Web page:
Do You Want A Bestseller?
Authors regularly ask me how their book can become a New York Times bestseller. It’s because of my role as a book publisher at Intermedia and my years in the publishing business. I wish I had some magic bestseller pill that I could dispense when I get this question but I don’t know how to find that pill. I don’t believe there is anyone who has that pill.
Sure there are people who will sell you programs and plans to push your book to the top. In some ways, looking for a formula for bestsellers is like checking out the latest diet book. These diet books always appear at the end of the year and the beginning of a new year. People face a new year and are determined to find the magic formula for losing weight and getting into shape. Over 15 years ago I wrote a diet book in 11 days which has sold over 100,000 copies.
My co-author told me, “Terry, losing weight is simple. You need to eat less and exercise more.” Yet this co-author realized people needed more instruction than these simple words.
I can tell you the simple words work. In the last 12 months, I made a decision for my own eating habits to eliminate as much sugar and carbs in my diet and to exercise daily. Throughout the entire year, I only missed about 16 days and mostly because of travel. The results: I weigh over 30 pounds less than I started January 2011 and I feel better. Yet to make such a change, I had to make many daily decisions about eating and exercise. It took a great deal of hard work to achieve what I accomplished.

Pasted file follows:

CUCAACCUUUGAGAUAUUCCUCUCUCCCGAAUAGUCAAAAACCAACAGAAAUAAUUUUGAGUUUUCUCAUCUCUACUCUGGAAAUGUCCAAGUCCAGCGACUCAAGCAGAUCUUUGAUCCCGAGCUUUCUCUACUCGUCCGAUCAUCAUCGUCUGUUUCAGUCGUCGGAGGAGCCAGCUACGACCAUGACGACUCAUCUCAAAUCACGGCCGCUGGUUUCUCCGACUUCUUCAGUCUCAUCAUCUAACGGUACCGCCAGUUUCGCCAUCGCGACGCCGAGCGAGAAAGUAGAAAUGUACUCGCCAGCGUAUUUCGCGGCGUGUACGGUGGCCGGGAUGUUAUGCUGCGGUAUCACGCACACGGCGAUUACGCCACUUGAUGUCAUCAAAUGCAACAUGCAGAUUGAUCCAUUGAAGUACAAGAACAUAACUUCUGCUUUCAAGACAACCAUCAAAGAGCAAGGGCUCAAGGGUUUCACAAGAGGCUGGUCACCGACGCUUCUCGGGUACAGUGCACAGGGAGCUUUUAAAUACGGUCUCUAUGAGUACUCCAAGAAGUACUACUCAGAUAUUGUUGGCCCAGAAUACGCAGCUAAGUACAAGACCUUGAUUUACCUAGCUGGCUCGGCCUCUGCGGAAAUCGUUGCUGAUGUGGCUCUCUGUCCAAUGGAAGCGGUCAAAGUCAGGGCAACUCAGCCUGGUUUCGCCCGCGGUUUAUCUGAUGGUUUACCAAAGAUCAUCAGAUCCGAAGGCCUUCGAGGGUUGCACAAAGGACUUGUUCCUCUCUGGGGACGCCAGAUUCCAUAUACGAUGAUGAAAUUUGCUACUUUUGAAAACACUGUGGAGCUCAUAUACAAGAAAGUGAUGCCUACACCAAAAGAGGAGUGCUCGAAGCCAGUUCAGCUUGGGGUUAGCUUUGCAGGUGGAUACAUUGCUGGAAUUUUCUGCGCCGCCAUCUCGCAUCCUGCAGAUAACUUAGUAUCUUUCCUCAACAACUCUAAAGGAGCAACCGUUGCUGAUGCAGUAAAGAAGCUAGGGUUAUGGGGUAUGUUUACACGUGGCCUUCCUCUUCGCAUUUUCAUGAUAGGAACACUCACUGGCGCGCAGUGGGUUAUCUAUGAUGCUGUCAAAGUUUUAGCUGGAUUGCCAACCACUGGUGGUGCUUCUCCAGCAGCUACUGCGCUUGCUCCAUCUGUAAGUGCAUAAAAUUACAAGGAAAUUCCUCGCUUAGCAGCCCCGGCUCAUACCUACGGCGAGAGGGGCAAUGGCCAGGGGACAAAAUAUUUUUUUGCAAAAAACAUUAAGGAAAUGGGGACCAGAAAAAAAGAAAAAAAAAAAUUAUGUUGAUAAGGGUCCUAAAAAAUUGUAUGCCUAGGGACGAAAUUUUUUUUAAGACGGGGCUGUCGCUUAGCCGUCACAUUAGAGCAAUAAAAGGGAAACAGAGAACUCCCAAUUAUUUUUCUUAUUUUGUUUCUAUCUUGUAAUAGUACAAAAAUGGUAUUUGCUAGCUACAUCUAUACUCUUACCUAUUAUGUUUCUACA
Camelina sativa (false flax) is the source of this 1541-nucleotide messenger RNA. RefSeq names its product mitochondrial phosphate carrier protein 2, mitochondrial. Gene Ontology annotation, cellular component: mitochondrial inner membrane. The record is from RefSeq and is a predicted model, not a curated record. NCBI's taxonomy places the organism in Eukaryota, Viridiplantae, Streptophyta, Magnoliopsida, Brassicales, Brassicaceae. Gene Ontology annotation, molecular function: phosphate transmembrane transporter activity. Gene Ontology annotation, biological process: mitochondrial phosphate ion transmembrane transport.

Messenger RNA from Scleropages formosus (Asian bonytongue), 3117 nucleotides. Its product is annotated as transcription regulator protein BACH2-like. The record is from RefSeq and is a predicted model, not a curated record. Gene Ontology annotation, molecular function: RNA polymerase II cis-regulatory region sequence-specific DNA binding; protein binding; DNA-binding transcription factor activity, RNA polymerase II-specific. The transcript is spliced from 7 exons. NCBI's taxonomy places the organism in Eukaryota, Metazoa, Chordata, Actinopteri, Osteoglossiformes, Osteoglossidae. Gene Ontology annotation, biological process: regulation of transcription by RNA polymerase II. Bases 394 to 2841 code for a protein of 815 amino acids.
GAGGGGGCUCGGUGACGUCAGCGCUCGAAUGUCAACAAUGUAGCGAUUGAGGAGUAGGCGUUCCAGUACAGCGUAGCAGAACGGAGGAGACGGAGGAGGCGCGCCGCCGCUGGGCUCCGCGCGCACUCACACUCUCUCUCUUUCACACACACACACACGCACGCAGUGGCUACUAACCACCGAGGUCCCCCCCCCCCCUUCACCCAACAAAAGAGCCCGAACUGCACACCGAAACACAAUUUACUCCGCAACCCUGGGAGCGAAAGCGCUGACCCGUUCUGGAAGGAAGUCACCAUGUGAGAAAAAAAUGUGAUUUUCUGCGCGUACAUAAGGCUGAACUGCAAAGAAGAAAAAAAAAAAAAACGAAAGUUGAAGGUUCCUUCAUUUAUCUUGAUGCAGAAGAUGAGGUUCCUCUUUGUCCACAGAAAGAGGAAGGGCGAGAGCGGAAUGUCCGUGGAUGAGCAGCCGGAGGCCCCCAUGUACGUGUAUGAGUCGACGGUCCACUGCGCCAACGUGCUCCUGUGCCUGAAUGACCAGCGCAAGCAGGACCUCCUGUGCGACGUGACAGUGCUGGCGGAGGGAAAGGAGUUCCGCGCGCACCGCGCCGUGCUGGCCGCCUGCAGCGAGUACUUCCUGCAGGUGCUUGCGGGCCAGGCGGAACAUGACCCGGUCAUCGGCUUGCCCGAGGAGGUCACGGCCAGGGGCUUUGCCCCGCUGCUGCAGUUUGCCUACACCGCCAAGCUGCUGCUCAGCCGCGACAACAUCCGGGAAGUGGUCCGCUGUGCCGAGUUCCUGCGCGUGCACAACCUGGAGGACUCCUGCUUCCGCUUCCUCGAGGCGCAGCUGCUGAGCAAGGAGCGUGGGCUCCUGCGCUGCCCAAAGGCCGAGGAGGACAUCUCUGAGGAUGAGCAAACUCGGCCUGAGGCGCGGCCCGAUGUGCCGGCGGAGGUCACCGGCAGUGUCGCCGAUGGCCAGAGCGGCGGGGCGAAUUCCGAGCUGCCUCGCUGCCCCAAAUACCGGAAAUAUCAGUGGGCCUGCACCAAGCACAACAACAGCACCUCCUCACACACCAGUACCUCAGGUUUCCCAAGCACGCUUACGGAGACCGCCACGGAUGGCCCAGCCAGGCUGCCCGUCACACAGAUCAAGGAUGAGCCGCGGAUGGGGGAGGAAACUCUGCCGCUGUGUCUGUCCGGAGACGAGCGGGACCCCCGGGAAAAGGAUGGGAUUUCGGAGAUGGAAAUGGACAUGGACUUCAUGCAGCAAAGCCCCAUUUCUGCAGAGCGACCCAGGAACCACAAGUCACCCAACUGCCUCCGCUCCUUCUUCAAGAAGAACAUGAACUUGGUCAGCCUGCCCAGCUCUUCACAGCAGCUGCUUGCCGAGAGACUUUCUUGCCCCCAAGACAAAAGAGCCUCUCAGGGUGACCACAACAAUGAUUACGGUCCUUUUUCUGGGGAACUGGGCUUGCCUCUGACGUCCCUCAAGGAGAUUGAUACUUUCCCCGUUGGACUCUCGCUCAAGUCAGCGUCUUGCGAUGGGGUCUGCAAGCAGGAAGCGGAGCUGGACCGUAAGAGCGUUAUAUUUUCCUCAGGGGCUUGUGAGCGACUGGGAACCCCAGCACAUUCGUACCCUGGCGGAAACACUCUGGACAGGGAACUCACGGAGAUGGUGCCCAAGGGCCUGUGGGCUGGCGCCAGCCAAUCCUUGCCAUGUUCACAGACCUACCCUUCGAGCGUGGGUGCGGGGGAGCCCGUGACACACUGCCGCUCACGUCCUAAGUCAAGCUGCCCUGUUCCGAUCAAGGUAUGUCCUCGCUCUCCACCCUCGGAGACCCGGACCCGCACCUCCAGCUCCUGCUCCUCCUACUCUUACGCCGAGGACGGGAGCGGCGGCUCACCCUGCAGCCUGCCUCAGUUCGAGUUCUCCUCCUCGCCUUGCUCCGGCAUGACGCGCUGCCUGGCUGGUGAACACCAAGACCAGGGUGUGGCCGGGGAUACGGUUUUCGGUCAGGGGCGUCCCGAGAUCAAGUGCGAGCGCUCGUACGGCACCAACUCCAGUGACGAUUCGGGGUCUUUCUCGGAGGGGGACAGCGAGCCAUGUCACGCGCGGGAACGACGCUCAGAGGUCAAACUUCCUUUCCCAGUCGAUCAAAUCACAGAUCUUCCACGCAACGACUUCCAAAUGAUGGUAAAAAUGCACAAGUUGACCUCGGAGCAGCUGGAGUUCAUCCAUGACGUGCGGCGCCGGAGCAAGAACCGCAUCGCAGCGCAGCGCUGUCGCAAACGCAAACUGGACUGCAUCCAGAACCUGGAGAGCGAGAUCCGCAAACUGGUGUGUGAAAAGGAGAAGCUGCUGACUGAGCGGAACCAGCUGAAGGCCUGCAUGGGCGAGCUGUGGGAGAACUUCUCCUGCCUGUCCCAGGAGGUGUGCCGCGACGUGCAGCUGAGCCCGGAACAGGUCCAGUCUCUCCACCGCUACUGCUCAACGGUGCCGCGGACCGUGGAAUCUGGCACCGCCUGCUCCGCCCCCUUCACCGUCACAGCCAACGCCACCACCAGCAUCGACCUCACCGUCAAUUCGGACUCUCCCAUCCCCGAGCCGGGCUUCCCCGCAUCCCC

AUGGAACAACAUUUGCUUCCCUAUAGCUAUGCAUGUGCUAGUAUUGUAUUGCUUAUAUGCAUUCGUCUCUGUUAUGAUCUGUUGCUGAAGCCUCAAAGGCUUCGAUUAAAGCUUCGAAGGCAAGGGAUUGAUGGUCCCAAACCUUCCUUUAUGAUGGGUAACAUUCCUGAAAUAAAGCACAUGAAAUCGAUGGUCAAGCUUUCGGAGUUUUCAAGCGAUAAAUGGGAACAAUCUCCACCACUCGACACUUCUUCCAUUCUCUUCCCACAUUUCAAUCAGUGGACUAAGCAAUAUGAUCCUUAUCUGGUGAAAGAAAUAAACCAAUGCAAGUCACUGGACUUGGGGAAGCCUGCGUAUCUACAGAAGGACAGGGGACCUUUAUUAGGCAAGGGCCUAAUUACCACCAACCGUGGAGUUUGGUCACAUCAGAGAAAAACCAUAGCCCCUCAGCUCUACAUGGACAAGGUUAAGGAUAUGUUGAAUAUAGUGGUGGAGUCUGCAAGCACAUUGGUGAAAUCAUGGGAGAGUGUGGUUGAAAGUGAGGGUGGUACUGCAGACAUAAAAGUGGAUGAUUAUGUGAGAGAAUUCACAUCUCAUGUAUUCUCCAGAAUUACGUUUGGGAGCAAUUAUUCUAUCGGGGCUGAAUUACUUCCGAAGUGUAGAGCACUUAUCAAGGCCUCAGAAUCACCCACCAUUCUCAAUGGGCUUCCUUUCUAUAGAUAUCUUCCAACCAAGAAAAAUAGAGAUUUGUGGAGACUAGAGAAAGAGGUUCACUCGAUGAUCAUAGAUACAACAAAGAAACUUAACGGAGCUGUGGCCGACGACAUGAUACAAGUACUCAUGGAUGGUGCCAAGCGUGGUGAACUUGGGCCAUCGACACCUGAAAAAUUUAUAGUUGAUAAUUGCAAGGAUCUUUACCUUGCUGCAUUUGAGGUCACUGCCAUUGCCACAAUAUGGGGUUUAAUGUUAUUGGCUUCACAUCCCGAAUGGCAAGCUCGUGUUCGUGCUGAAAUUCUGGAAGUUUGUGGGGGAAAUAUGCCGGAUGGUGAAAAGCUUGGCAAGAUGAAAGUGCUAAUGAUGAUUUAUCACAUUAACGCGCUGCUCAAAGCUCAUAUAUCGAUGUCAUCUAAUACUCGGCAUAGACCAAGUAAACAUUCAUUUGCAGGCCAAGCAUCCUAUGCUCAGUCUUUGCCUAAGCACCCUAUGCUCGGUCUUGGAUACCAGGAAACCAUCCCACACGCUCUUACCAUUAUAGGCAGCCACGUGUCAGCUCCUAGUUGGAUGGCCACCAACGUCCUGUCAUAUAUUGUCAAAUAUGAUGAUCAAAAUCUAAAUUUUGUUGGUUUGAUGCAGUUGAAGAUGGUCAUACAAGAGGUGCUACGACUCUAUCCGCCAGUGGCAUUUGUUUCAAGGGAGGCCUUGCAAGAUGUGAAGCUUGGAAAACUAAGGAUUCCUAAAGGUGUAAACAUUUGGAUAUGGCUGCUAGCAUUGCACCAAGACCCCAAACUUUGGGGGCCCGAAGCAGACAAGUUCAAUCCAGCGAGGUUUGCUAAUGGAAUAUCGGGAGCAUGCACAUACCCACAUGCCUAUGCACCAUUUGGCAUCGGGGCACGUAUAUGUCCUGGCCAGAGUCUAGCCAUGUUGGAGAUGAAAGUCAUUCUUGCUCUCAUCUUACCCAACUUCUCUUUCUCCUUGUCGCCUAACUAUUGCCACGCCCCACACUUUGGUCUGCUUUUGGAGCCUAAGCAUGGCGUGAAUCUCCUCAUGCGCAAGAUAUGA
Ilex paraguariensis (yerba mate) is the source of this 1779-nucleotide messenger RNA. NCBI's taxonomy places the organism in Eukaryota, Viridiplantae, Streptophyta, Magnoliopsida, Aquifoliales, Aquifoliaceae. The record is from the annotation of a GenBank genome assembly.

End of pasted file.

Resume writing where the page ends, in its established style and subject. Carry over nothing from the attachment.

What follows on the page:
In the last few weeks, I’ve been re-listening to the audio tapes from Mega Book Marketing University 2007 with Mark Victor Hansen. I’ve not heard this information in several years. Even mega bestselling authors like Mark Victor Hansen and Jack Canfield worked like crazy for the first several years to sell their books. They followed the rule of five—where they each did five things each day to promote their book. That consistent action of a radio interview, a television interview, a newspaper articles, a blog post, etc. after a while reached a tipping point and the books became a bestseller.
Woven into the fabric of their story about success for Chicken Soup for the Soul is a consistent message of hard work to promote and market and sell their book to readers.
There is no magic pill. Most authors are unwilling or uneducated to do the necessary promotion work for their book. It takes a daily and consistent effort. What steps are you taking today to establish your presence in the marketplace and your expertise in your particular topic or area?
Recently I met with an author who wants to write a book about the sanctity of Christian marriage. I can appreciate and value such a desire. Her book (which I haven’t seen) may be terrific. I encouraged her to begin writing magazine articles and to start blogging about her marriage experiences. Also I encouraged her to begin a twitter account about marriage and posting on Facebook about marriage to establish her own expertise in this area. The regular effort to promote her own expertise on her selected topic will take some time to pay off but I believe her consistent action will pay off. It doesn’t happen instantly.
You’ve probably heard about someone who has become an overnight success. Yet when I look closely at these overnight success stories, these people have been in the trenches for years writing their stories, speaking to audiences and building their reputation in a particular area of the market.
Stake your claim and your area. The dream is possible but it will take hard work. There is no doubt about it but I believe you are up for the task.